|Author Jean Toomer: He's African American!|
by Jean Toomer
It makes sense that the first significant African American novelist-writer wouldn't consider himself an African-American writer, and would be so upset by such a designation that he would move to France and turn to spiritualism, never writing another novel. Jean Toomer is present on the 1001 Books To Read Before You Die list as the first African-American author. Post Uncle Tom's Cabin, African American's were a central THEME in American literature, but typically as characters in the work of well meaning Whites. The rise of African American authors, alongside other non-traditional literary voices, is one of the key occurrences in literature in the 20th century, so even as a one hit wonder, being first in time within that category is a significant achievement.
The vehicle for the emergence of African American literature written by African Americans was the Harlem Renaissance. The Harlem Renaissance was a multiple discipline artistic frisson that reached across music, studio arts (painting, sculpture) and literature. In the area of literature, the Harlem Renaissance produced the first world famous African American novelists, short story writers, novelists and poets.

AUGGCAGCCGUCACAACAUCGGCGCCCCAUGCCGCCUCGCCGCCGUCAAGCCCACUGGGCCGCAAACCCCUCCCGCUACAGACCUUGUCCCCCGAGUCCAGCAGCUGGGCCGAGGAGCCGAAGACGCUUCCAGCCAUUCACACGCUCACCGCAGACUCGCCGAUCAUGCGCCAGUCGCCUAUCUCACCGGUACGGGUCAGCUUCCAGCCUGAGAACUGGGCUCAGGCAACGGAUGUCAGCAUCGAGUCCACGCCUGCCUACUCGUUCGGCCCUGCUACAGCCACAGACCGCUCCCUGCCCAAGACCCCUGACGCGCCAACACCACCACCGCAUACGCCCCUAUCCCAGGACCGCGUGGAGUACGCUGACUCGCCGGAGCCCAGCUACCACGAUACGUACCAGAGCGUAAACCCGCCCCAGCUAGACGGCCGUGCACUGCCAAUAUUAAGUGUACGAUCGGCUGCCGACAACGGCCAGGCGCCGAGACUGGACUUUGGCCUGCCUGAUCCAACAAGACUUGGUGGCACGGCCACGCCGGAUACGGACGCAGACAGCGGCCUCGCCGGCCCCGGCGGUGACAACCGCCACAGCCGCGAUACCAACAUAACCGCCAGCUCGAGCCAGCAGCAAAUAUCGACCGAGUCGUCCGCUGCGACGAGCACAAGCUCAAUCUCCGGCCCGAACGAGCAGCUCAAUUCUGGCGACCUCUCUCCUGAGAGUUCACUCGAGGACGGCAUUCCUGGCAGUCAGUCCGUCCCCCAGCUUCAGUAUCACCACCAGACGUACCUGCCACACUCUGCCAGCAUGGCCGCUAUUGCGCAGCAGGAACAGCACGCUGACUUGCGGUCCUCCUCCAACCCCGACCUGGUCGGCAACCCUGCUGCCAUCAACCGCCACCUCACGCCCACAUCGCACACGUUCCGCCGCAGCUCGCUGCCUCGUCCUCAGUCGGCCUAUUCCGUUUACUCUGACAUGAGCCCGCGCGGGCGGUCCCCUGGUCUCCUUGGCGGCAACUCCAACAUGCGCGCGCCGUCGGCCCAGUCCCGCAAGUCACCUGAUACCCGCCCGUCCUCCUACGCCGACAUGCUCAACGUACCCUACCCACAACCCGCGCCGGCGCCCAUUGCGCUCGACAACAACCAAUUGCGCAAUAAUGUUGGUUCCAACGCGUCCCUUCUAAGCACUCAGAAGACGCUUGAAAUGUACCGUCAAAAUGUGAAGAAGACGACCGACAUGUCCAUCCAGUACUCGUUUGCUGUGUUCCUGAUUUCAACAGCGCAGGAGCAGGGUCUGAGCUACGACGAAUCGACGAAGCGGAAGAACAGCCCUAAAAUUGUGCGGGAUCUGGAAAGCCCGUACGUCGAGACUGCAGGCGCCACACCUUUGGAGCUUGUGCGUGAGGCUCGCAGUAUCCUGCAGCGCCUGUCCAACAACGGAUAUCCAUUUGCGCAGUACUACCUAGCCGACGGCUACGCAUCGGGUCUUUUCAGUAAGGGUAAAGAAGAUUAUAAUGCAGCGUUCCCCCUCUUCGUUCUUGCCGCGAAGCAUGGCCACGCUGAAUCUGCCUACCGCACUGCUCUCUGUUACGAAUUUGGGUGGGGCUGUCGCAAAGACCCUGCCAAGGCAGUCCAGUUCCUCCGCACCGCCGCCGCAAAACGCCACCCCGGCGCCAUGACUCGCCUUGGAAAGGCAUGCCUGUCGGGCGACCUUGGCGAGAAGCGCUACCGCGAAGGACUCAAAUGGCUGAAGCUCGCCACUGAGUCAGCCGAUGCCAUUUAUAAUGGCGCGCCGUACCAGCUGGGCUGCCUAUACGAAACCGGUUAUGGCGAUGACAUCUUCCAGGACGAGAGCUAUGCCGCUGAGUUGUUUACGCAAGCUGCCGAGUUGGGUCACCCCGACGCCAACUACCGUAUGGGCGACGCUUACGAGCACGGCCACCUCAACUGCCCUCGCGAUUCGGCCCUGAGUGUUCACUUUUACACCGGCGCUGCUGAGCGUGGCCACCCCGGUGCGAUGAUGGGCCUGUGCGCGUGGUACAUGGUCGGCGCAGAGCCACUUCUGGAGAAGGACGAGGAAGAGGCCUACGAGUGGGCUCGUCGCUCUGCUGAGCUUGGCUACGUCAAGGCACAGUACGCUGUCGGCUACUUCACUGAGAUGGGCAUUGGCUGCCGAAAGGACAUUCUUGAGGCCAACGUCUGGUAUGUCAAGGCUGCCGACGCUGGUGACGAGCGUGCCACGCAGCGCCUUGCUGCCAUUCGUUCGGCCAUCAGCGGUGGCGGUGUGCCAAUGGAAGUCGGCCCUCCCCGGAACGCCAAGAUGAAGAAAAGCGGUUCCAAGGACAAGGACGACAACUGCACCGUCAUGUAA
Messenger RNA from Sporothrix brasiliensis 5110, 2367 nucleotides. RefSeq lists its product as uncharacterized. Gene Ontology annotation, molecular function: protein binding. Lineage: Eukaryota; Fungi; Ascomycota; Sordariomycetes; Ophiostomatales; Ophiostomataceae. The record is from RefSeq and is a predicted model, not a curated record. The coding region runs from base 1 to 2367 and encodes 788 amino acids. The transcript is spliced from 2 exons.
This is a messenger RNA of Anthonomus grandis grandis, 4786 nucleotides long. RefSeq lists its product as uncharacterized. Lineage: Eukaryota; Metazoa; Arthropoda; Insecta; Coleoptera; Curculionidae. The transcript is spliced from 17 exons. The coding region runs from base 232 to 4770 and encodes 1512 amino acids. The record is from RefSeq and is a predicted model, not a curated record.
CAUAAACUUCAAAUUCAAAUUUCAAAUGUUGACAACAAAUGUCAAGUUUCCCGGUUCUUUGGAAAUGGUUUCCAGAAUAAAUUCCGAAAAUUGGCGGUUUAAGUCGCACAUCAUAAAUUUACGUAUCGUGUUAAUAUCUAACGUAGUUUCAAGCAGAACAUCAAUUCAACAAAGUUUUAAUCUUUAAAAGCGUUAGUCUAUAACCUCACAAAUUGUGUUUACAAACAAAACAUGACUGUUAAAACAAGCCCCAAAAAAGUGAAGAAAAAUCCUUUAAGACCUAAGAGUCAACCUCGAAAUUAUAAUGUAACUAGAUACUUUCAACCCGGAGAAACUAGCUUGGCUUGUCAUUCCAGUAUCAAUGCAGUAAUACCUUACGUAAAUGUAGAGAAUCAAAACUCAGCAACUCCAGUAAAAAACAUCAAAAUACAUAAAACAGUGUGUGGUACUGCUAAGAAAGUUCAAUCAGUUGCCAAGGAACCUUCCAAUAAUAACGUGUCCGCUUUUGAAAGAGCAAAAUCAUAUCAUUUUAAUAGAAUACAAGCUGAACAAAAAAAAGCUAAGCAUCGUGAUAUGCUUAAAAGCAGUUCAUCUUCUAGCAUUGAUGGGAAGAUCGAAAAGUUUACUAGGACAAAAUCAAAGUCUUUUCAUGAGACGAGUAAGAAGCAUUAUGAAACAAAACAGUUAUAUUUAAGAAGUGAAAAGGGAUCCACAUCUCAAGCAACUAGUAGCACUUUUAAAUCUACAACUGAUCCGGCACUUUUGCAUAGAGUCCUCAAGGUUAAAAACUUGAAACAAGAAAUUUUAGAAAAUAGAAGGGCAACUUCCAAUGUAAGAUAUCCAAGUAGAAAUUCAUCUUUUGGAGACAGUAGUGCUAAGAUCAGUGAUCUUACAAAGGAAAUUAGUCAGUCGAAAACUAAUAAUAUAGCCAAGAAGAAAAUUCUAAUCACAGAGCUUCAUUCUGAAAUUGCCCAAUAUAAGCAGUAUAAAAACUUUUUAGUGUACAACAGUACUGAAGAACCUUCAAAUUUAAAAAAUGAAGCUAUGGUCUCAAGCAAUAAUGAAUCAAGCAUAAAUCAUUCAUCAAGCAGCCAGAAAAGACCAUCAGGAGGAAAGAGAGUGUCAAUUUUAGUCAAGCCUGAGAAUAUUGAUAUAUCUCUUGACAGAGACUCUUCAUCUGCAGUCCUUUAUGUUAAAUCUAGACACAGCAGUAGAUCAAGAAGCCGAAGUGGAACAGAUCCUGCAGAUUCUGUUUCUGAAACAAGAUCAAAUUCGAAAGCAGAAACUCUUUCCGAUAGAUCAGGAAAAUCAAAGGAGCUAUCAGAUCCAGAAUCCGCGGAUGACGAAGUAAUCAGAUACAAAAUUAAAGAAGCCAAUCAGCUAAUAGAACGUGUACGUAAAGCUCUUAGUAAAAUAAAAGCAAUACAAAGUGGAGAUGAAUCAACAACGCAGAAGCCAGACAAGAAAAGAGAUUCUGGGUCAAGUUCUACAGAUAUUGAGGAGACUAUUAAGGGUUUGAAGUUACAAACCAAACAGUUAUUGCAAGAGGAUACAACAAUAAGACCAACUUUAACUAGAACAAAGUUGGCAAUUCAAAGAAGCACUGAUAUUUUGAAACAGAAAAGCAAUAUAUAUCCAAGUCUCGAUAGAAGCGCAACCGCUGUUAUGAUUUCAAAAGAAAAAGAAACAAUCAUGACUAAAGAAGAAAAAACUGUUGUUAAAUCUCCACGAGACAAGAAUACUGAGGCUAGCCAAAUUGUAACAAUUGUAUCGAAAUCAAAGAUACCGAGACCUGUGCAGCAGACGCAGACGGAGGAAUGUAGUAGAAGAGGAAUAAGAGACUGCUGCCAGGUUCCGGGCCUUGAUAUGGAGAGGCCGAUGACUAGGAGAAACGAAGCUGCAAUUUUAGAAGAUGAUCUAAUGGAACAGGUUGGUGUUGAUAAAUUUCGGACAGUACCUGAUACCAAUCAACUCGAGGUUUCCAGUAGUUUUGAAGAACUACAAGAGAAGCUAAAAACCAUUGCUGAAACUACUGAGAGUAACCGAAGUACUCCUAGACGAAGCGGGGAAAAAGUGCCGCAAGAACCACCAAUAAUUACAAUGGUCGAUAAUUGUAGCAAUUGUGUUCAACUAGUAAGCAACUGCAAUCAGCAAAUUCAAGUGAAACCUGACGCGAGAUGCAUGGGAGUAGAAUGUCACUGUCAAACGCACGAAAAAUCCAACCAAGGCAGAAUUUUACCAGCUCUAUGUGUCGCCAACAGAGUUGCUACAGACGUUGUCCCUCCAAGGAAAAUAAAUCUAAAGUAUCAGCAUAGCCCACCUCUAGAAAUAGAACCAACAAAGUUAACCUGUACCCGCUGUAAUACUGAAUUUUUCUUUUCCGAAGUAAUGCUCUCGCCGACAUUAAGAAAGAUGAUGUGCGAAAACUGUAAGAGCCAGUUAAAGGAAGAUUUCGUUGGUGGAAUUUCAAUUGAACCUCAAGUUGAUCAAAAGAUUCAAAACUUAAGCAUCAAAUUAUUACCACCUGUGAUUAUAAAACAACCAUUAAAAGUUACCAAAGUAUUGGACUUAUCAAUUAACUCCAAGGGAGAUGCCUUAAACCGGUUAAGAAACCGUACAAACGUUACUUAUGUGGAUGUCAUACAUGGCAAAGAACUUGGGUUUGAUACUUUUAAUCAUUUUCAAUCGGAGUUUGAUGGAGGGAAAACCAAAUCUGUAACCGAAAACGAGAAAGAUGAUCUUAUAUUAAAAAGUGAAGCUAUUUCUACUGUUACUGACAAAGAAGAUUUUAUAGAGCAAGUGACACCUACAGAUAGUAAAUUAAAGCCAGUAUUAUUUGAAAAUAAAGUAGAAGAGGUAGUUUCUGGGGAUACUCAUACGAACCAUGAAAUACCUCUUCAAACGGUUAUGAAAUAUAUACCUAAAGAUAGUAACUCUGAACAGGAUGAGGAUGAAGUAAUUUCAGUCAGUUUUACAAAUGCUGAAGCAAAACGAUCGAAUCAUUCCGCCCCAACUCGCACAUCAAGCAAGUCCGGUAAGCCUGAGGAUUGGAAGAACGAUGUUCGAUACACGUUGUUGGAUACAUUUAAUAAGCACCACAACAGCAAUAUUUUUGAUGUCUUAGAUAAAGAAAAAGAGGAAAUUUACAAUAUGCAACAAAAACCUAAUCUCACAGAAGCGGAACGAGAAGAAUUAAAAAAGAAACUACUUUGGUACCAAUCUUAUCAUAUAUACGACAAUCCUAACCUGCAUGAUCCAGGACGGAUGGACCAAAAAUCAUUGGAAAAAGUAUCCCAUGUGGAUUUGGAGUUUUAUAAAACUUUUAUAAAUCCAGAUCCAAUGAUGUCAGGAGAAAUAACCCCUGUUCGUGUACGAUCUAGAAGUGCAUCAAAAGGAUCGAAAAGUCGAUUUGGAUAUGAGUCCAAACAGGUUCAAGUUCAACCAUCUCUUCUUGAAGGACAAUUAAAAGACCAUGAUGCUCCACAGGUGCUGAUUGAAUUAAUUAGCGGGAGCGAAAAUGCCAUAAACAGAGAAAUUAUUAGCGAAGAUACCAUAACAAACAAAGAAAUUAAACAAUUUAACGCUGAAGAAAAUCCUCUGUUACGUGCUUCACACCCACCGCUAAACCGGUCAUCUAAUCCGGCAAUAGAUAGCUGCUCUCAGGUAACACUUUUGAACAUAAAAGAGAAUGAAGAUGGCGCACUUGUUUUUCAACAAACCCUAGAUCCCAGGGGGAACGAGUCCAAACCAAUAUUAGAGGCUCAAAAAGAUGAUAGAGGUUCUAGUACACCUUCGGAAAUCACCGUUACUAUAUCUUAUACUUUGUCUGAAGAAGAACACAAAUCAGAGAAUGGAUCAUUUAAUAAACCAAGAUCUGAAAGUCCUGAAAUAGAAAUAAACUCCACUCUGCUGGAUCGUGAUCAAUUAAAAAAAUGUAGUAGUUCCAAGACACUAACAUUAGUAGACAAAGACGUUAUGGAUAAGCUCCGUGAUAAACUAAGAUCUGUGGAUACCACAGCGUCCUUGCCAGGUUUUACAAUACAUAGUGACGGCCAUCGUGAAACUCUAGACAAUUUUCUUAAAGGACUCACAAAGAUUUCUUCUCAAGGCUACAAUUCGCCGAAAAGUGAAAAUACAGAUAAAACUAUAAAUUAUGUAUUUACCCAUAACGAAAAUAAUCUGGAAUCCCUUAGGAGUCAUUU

Jean Toomer was the mixed-race or "Creole" son of an established Creole family from Georgia. He moved to Washington DC as a child and was raised in a comfortable, middle-class neighborhood. He studied at several colleges but graduated from none of them, eventually moving to New York, where he landed in 1919. In 1920, he returned to Washington DC to care for his ailing parents. In 1921, he took a job as a school teacher in rural, African-American Georgia, where he was exposed to that culture for the first time.
Cane is not a conventional novel, but rather a mix of short stories and poems. The characters are largely African Americans: The only white character I remember is a deranged lover who is killed by an African American romantic rival via a slit throat. Toomer is free with his use of the 'N' word and discusses sex frankly and without prudery. The frequent dropping of the n bomb might be one reason this book is little read. Another might be the non-standard format combination of poetry and prose. Regardless of present popularity, it is the first significant work of literature by an African American in the period immediately prior to the Harlem Renaissance (which gave birth to MANY significant works of literature by African American authors.) so it is very much worth seeking out.
Also, Cane is only 160 pages, so you can read it in a sitting.